Works (Tap to zoom)
Many contemporary artists appropriate natural elements in their work, but few have managed as genuine a collaboration as Garnett Puett has established with honeybees. This unique, reciprocal relationship sets his work apart from other earth and environmental artists, forming a distinct category for his apisculptures in which sculpture, performance, and insect partnership coalesce.
During his graduate study at Pratt, Puett conceived apisculptures as an alternative to works made from more traditional sculpting materials. He wanted to create something out of what occurs naturally in the environment, working in conjunction with nature instead of against it.
The apisculptures are supported by welded steel armatures of Puett’s design which are covered in beeswax. Puett employs as many as 90,000 honeybees per piece, which simultaneously live within and shape the structure for the duration of the process. While Puett cannot fully control the forms that the bees choose for their honeycombs, he can manipulate it by melting and removing parts. When Puett determines that the sculpture is finished, he transplants the bees to an ordinary beehive and cleans the honey from the comb. If the wax sculptures are properly preserved they can last for thousands of years, bearing the marks of the joint performance between nature and creativity.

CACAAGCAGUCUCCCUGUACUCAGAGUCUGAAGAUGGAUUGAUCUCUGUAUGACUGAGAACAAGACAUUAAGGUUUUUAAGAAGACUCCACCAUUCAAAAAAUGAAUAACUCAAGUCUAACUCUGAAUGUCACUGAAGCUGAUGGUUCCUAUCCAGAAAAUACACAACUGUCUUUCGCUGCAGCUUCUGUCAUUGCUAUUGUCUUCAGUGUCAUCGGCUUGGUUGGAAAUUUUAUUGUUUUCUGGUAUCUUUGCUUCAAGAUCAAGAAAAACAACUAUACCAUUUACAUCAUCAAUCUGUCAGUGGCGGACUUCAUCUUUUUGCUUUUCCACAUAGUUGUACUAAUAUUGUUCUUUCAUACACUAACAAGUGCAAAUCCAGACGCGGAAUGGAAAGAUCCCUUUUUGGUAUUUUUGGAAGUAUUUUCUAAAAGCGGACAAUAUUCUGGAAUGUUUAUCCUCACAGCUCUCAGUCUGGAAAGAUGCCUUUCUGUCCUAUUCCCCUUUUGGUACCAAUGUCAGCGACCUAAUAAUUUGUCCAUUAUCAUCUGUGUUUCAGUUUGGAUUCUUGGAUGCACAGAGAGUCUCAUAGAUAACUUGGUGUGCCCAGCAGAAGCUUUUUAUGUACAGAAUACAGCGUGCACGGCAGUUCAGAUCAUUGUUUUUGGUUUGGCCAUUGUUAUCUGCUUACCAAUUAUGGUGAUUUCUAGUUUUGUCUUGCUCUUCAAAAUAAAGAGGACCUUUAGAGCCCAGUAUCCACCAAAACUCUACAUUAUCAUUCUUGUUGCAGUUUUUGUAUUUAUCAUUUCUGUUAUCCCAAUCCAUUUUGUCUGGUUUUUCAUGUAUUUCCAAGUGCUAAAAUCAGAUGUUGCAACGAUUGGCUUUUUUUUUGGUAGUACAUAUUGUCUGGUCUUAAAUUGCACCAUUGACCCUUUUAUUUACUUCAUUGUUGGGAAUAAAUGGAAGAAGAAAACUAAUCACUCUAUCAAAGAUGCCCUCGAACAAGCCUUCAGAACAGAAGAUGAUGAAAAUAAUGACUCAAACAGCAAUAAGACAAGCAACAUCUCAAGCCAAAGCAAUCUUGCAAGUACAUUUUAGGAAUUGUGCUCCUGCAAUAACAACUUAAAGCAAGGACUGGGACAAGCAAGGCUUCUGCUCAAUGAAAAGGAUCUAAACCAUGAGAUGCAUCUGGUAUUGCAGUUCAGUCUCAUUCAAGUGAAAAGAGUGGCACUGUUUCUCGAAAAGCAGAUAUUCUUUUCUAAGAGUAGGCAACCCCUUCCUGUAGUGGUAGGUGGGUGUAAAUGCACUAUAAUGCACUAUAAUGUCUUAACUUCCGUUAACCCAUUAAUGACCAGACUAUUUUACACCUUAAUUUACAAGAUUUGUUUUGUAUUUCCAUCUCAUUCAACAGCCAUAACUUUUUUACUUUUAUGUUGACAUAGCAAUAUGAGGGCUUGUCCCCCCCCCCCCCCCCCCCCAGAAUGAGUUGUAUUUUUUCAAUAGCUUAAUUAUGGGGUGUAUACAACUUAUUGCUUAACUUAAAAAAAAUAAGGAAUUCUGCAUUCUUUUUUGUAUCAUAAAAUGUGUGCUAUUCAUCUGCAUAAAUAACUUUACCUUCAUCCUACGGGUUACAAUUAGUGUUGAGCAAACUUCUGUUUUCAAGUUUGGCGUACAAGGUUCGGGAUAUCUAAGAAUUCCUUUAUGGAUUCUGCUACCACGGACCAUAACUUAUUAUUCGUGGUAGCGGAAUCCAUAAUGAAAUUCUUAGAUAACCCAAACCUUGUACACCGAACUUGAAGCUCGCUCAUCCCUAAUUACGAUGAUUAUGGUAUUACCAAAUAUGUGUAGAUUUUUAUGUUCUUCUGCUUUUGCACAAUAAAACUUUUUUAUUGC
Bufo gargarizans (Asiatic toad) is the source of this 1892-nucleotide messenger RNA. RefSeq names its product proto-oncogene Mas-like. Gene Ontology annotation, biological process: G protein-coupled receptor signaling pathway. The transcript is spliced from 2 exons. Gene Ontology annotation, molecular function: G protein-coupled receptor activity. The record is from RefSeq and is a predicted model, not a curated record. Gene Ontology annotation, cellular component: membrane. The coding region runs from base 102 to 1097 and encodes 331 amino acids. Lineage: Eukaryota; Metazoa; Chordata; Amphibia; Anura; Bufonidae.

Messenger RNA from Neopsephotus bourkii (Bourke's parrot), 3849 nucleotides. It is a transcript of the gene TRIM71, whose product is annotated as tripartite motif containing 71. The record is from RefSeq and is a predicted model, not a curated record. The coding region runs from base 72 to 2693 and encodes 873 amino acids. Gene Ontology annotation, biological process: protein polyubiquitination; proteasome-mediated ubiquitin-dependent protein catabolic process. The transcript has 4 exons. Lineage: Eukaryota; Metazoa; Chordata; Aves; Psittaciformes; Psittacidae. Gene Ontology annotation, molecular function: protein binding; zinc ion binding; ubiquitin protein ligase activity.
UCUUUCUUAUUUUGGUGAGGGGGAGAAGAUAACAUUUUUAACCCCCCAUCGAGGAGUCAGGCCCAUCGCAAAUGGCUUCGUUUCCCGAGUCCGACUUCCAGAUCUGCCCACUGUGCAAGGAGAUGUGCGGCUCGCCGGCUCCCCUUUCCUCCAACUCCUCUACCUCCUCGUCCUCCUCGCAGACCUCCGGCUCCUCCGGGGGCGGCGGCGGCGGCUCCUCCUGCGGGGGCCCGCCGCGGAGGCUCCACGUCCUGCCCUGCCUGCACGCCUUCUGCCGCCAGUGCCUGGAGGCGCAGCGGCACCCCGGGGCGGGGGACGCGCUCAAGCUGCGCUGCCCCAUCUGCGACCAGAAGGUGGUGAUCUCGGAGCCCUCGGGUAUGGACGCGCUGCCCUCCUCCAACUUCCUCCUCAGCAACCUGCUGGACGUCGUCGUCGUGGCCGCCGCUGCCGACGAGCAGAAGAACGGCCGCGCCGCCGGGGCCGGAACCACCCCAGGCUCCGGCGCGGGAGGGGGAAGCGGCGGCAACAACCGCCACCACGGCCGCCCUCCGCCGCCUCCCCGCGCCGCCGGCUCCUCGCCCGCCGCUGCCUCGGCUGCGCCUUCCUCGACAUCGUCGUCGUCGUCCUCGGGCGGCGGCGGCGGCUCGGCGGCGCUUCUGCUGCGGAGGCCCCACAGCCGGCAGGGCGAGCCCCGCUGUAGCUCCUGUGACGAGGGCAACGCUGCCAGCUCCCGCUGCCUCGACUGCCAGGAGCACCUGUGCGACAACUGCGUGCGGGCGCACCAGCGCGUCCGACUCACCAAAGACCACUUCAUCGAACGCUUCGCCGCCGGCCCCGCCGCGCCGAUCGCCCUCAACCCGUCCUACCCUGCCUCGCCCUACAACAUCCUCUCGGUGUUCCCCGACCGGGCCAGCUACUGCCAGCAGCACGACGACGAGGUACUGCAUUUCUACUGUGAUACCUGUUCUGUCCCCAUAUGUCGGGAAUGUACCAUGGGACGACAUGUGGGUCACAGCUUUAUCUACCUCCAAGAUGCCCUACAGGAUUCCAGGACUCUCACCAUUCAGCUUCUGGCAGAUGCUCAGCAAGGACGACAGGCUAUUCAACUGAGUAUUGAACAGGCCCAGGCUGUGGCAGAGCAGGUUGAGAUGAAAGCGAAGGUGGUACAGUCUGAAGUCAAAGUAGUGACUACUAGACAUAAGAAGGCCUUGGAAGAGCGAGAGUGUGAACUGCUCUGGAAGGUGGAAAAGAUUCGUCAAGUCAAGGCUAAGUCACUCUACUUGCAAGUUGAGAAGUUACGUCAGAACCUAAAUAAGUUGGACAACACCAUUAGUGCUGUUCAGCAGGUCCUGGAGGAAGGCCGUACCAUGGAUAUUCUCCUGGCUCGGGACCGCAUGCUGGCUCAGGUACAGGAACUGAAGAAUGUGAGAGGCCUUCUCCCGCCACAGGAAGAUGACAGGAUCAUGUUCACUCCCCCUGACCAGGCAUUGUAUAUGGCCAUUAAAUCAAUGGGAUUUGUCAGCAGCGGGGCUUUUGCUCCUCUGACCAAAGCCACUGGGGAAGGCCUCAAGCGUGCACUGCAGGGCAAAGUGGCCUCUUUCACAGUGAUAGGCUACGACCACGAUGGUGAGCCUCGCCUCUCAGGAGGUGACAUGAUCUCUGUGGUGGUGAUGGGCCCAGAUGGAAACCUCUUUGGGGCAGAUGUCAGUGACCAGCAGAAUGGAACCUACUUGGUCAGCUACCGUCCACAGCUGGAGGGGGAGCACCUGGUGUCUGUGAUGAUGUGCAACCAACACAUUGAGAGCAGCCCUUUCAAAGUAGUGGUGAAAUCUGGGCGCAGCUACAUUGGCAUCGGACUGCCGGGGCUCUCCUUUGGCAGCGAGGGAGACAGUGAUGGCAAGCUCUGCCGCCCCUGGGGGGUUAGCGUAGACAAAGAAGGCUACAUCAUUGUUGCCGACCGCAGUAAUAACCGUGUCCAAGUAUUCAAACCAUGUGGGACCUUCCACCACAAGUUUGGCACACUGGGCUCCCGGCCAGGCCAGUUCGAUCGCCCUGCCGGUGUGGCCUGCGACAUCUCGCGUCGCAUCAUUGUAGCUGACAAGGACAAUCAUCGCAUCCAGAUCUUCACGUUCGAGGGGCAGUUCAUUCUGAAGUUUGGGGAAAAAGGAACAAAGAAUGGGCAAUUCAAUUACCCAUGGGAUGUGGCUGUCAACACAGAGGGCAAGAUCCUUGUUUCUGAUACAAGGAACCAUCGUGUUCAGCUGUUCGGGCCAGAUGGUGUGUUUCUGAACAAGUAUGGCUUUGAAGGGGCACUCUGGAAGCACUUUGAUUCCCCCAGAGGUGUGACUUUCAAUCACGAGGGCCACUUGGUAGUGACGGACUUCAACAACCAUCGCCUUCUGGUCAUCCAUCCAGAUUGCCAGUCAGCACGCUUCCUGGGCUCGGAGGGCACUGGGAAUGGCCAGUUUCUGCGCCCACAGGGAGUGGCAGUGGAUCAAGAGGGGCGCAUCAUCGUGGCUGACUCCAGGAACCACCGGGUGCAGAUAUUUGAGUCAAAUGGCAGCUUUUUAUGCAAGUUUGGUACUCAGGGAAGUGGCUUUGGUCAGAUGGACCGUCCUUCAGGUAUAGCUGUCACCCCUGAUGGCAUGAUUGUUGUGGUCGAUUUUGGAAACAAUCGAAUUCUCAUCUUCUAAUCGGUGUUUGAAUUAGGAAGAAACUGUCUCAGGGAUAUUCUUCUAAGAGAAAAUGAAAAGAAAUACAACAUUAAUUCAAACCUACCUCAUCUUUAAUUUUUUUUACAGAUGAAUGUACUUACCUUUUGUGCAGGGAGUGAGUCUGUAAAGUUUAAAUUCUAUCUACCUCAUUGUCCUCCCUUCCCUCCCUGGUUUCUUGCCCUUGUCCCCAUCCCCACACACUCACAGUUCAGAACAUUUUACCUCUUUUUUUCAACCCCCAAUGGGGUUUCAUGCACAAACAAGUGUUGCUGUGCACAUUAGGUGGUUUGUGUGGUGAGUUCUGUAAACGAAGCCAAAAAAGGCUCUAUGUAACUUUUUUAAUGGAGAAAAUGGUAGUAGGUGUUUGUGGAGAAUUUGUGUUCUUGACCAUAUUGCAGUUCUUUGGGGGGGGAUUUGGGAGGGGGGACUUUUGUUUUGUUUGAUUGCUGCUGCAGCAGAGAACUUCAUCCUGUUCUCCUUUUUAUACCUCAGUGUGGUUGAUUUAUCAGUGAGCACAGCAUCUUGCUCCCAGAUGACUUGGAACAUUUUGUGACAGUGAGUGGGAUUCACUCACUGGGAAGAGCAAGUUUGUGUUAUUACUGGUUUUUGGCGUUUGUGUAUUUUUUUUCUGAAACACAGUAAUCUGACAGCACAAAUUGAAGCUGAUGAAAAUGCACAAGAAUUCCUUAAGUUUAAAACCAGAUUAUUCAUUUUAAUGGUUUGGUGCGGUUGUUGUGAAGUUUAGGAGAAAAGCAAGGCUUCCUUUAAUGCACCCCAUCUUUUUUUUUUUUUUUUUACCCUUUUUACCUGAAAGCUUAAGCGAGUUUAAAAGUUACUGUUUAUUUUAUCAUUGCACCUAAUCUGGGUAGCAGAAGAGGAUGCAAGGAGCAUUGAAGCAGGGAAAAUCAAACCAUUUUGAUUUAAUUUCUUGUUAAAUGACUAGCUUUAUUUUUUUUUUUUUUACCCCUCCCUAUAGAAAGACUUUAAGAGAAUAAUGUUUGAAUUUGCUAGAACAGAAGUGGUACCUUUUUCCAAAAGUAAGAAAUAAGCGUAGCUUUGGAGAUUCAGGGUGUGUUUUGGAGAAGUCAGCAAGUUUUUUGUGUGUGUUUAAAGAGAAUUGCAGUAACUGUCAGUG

Garnett Puett was born in 1959 in Hahira, Georgia and now lives in Hawaii. In addition to being an artist, he is a fourth generation beekeeper. After studying in the MFA program at Pratt Institute, New York, Puett exhibited extensively in 1980s and 1990s before relocating to the Big Island to manage his commercial honey business. A Change of Place in summer 2016 at The School in Kinderhook, New York, gathered together important works, several of which were exhibited for the first time in over two decades.
Public collections include Hirshhorn Museum and Sculpture Garden, Washington, D.C.; Brooklyn Art Museum, New York; The Honolulu State Art Museum, Hawaii; MIT Museum, Cambridge, Massachusetts; Mexico National Art Museum; and The Laumeier Sculpture Park, St. Louis, Missouri.